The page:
The project of enlisting Indians and organizing them into separate companies upon the same basis as other soldiers was made the subject of very careful study by the Secretary and received my approval. Seven companies have been completely organized and seven more are in process of organization. The results of six months' training have more than realized the higliest anticipations. The men are readily brought under discipline, acquire the drill with facility, and show great pride in the right discharge of their duties and perfect loyalty to their officers, who declare that they would take them into action with confidence. The discipline, order, and cleanliness of the military posts will have a wholesome and elevating influence upon the men enlisted, and through them upon their tribes, while a more friendly feeling for the whites and a greater respect for the Government will certainly be promoted.
The great work done in the Record and Pension Division of the War Department by Major Ainsworth, of the Medical Corps, and the clerks under him, is entitled to honorable mention. Taking up the work with nearly 41,000 cases behind, he closed the last fiscal year without a single case left over, though the new cases had increased 52 per cent in number over the previous year by reason of the pension legislation of the last Congress.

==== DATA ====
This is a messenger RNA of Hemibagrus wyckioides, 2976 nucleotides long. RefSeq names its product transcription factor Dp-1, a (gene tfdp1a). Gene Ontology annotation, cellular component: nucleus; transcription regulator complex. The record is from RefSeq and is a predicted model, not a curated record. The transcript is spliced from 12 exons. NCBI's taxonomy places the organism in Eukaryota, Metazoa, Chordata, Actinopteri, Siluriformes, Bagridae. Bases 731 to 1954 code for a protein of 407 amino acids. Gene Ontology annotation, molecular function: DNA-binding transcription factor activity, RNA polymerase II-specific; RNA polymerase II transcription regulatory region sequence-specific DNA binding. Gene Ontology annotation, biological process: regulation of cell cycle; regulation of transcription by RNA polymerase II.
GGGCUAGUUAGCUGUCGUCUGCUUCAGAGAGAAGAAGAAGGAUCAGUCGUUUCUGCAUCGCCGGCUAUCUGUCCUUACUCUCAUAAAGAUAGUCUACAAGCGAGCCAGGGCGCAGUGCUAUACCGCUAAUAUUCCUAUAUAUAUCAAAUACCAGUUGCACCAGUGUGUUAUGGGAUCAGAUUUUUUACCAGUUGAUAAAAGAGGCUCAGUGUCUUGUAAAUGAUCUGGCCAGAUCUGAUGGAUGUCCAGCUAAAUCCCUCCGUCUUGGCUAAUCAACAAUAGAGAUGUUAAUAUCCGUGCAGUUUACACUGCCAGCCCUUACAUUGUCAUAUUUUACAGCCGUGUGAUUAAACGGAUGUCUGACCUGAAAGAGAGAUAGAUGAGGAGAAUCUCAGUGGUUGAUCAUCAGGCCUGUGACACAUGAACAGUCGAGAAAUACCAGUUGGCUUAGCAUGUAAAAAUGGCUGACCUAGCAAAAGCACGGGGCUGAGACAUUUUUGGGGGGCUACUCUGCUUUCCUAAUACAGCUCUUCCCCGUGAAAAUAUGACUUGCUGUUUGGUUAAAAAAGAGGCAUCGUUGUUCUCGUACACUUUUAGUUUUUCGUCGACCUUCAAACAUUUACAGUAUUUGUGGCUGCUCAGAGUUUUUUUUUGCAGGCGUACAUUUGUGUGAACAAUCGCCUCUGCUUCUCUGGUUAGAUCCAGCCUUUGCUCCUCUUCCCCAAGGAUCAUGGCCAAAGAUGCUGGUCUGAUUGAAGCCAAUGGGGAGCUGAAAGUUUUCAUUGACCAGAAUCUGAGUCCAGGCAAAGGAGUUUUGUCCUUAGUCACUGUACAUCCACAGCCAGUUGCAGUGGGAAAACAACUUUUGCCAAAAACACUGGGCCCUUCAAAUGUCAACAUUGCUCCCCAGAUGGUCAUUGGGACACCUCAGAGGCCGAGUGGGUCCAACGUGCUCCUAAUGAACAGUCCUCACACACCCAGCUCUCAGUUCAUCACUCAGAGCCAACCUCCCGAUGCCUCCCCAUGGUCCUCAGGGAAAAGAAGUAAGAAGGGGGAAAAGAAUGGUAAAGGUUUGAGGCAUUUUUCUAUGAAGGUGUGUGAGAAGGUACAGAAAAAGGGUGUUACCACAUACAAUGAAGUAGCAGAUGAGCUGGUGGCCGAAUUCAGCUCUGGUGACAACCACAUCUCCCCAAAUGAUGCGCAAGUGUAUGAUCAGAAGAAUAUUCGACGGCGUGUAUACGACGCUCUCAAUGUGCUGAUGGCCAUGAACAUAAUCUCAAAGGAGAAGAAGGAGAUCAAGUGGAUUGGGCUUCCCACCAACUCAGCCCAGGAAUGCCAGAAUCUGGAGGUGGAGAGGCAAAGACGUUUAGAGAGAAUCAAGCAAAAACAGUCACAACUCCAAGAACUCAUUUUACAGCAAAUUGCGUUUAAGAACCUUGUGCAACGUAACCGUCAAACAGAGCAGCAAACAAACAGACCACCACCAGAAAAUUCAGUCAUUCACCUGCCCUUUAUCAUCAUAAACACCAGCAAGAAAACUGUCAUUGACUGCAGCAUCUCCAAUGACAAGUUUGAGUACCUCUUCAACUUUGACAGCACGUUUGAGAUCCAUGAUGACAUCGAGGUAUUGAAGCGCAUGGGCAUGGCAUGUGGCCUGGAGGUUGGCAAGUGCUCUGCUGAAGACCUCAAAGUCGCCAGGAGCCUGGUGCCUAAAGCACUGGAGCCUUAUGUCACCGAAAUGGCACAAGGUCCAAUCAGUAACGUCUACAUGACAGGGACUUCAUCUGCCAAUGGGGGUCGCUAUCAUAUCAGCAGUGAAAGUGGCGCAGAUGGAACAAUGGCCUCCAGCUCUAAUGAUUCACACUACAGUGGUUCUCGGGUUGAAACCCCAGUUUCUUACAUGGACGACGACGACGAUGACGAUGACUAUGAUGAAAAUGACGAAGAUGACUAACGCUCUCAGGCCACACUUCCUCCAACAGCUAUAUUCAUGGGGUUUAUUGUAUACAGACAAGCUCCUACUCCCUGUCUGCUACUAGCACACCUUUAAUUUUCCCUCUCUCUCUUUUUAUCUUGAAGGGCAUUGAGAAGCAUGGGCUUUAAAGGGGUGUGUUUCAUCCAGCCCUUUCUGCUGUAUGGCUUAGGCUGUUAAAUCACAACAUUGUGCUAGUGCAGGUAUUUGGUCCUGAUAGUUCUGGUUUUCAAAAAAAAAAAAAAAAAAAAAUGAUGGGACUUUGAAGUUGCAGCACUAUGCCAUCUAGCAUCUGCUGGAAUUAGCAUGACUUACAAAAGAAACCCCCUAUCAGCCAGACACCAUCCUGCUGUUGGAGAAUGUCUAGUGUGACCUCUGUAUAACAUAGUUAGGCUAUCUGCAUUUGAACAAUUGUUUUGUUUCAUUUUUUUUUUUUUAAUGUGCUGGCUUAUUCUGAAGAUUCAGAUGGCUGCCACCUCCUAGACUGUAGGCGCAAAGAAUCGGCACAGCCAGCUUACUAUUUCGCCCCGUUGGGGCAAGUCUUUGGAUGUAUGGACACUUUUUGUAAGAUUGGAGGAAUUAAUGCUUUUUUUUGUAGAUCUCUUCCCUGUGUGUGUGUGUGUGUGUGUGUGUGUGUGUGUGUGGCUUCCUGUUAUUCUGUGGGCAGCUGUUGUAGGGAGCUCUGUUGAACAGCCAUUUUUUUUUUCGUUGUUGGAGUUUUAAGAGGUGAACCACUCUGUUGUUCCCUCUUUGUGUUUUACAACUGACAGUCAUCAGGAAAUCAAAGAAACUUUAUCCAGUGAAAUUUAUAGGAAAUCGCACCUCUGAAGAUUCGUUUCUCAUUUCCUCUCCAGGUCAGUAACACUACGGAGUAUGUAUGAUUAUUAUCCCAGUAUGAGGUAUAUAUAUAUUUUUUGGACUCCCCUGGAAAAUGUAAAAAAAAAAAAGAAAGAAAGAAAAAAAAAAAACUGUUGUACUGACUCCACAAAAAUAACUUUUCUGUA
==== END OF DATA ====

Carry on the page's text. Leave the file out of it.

I concur in the recommendation of the Attorney-General that the right in felony cases to a review by the Supreme Court be limited. It would seem that personal liberty would have a safe guaranty if the right of review in cases involving only fine and imprisonment were limited to the circuit court of appeals, unless a constitutional question should in some way be involved.
The judges of the Court of Private Land Claims, provided for by the act of March 3, 1891, have been appointed and the court organized. It is now possible to give early relief to communities long repressed in their development by unsettled land titles and to establish the possession and right of settlers whose lands have been rendered valueless by adverse and unfounded claims.
The act of July 9, 1888, provided for the incorporation and management of a reforin school for girls in the District of Columbia ; but it has remained inoperative for the reason that no appropriation has been made for construction or maintenance. The need of such an institution is very urgent. Many girls could be saved from depraved lives by the wholesome influences and restraints of such a school. I recommend that the necessary appropriation be made for a site and for construction.